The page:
Sign In | Create an Account | Welcome, . My Account | Logout | Subscribe | Submit News | News | Local News | Contact Us | Home RSS
 
 
 

ARTIST PROFILE: LPES art teacher happy to settle down in Tri-Lakes

April 13, 2018
By STEVE LESTER - Correspondent , Lake Placid News

SARANAC LAKE-Lake Placid Elementary School art teacher Rebecca Philion was born in Vermont, moved to Queensbury, New York at age 14, went to college for fashion design in Oneonta, and then worked in Ithaca for four years.

But when LPES position opened up, she was more than ready to make the move.

"When I noticed the job opening in Lake Placid, I was like, 'Ooh! Ooh! Pick me!' I was very enthusiastic," Philion said.

Article Photos

Lake Placid Elementary School art teacher Rebecca Philion displays her works in multi-media collage at her home along Turtle Pond in Saranac Lake.
(Photo provided — Steve Lester)

That's because by this time she was already more than familiar with the quirky side of living in the North Country that could make first-time visitors wonder if they could actually handle living here.

"I thought it would never happen, working in a place where I grew up in the summers. But it's really cool," she said.

Philion's father, Ken Ryba who teaches science in Hudson Falls, worked summers at the Adirondack mountain Club's Adirondak Loj in Lake Placid in the 1970s and 1980s. She became an Adirondack 46er by climbing all 46 of the area's High Peaks by the age of 12. She attended Pok-O-MacCready Camps in Willsboro as a youngster and worked there as a counselor between the ages of 18 and 21.

Philion's experience as a camp counselor helped her realize that what she really wanted in life was not to be a big city fashion designer but a North Country school teacher.

Since the age of 3, she had been saying she wanted to be an artist when she grew up, so she went back to school first at SUNY Adirondack and then the Sage Graduate Schools, got certified in art education and landed what she considers to be something less than a dream job as a teacher's assistant near Troy at St. Colman's Home.

St. Colman's is known primarily as a boarding school for children with autism. But it also has a day school for emotionally disturbed children, which are the children Philion came in contact with.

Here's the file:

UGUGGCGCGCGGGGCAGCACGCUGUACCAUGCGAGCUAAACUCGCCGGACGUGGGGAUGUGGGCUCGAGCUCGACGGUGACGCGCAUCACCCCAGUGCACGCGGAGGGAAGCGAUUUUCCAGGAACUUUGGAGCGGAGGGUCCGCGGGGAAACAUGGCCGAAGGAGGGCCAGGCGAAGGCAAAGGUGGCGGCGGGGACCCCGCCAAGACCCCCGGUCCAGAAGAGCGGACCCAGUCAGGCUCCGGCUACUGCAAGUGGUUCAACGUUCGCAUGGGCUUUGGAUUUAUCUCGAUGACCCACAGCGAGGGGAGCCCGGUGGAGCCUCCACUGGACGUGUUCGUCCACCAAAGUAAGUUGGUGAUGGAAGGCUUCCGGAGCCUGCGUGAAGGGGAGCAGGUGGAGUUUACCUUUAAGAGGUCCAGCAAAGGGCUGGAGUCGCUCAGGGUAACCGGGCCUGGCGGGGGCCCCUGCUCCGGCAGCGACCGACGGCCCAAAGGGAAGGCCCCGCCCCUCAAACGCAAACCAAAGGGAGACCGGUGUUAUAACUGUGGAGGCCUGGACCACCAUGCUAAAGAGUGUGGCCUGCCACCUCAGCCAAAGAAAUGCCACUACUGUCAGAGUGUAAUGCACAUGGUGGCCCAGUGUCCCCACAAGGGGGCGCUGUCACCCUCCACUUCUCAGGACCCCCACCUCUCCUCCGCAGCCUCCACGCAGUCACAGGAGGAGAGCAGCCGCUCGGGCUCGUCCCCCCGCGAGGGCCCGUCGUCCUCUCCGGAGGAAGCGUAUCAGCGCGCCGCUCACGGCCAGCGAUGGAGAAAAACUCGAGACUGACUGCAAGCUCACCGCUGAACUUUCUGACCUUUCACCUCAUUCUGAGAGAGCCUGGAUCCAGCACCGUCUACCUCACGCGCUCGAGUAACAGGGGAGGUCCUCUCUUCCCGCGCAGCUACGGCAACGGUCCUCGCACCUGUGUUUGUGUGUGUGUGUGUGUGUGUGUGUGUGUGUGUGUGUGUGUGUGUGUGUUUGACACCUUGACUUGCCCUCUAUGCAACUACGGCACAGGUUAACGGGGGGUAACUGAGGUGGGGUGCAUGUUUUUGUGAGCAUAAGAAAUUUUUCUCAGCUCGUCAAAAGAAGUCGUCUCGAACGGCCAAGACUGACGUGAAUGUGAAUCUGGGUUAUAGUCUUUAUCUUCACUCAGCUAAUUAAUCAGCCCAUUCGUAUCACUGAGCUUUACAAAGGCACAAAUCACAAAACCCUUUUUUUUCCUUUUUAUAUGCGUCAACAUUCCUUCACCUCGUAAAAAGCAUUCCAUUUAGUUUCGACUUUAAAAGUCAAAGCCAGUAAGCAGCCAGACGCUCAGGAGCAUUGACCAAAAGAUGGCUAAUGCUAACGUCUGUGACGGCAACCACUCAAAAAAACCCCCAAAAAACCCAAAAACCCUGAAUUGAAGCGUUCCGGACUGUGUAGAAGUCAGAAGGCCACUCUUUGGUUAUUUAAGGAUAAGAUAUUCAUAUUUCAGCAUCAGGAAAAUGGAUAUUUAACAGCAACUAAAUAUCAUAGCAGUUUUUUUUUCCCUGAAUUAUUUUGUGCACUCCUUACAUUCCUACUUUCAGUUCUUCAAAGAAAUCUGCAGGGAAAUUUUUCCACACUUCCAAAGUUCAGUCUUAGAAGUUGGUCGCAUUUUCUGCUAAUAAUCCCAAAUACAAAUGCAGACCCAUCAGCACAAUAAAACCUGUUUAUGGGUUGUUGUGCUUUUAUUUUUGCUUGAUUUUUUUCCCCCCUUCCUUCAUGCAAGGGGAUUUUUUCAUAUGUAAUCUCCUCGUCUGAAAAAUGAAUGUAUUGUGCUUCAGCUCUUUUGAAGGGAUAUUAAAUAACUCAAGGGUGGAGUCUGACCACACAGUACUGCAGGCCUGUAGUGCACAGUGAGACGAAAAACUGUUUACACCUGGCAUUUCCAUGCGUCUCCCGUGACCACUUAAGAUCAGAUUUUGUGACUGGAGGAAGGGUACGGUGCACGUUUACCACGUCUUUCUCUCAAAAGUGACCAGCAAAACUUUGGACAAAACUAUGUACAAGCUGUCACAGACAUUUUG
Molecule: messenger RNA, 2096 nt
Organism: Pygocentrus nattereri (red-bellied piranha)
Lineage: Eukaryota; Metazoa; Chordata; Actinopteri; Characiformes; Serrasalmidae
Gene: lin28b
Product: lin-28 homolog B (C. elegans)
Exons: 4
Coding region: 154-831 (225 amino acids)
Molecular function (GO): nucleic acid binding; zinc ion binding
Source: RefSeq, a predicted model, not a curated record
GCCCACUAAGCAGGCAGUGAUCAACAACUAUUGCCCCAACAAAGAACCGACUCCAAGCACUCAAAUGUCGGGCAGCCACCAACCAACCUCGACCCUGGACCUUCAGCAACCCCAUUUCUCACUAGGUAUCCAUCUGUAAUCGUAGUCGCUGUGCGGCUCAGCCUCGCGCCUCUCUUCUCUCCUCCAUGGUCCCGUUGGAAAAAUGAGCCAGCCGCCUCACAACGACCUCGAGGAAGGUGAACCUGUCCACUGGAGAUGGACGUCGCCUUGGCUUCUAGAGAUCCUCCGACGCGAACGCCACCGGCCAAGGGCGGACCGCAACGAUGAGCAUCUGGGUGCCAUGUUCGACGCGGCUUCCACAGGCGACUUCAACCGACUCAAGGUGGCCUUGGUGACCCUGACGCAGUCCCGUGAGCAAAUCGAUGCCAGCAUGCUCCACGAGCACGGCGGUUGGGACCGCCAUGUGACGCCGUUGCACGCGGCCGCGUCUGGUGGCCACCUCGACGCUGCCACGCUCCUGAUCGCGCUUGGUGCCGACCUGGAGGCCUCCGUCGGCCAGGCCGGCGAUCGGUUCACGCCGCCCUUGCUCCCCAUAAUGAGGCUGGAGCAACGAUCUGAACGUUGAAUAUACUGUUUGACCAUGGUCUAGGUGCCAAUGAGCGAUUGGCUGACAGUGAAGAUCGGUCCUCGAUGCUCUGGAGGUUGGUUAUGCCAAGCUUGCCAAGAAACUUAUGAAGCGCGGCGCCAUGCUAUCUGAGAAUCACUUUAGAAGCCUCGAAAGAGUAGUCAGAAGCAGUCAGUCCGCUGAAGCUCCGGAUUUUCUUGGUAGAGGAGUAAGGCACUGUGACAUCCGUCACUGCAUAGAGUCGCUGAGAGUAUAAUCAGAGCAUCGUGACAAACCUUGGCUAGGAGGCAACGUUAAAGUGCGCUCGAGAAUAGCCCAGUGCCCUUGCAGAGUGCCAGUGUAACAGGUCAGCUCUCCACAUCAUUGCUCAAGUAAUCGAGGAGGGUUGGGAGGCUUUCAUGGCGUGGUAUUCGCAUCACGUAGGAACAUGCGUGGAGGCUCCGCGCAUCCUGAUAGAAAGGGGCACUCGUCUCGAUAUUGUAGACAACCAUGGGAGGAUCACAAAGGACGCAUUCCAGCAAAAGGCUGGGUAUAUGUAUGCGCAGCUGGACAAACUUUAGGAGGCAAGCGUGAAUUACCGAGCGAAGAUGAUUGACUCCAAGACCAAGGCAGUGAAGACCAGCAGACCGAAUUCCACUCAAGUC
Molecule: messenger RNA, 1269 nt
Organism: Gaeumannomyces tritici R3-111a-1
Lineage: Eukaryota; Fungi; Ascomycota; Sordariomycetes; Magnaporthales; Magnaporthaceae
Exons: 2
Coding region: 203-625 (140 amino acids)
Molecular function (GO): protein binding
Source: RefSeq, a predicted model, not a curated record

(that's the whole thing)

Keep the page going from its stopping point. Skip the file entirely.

"It was so sad, so draining," Philion said. "After six months I just couldn't do it any more."

Not that it didn't have its small rewards.

"I wasn't hired as an art teacher, but that's what I taught there," Philion said. "It allowed the kids to release a lot of tension and just hang out with me and enjoy art. I had this one little dude who was 14 but had the mind of a 7-year-old. He liked Pokemon, so we'd sit there and draw Pokemon figures together."

Philion spent the next four years working as an art teacher in Ithaca, but only in a part-time position.

"That's a long time to work part time," she said. "I was looking for a full-time position the whole time until I noticed the opening in Lake Placid. The woman who taught there before me was there forever, so I said, 'That's going to be me. I'll be there forever.' Ithaca is a wonderful place but just not right for me."

There was one more factor that made Philion want to teach in Lake Placid.

"We were sick of moving," she said. "By this time, we'd moved six times in four years."

All sorts of life-changing events began to happen around this time.

Philion married her boyfriend, Jake Philion, in 2014, moved to the North Country the following year to start a new job, bought a three-story house next to Turtle Pond in Saranac Lake the year after that, and then nine months ago became a mom to twins, Charlotte and Emily.

"Who plans to have twins right out of the gate?" Philion said.

Five years from now, she sees herself still teaching in Lake Placid, still living next to Turtle Pond, still making her own art, "and hanging out with my 5-year-old kids," she said.

Philion credits much of her devotion to art to the day care center she first attended at age 3 on the campus of Bennington College in Vermont where she was offered extensive opportunities to indulge in artistic activity.

"I've always known I wanted to be an artist," she said. "It's always been a part of my life."

 
 

 

I am looking for:
in:
News, Blogs & Events Web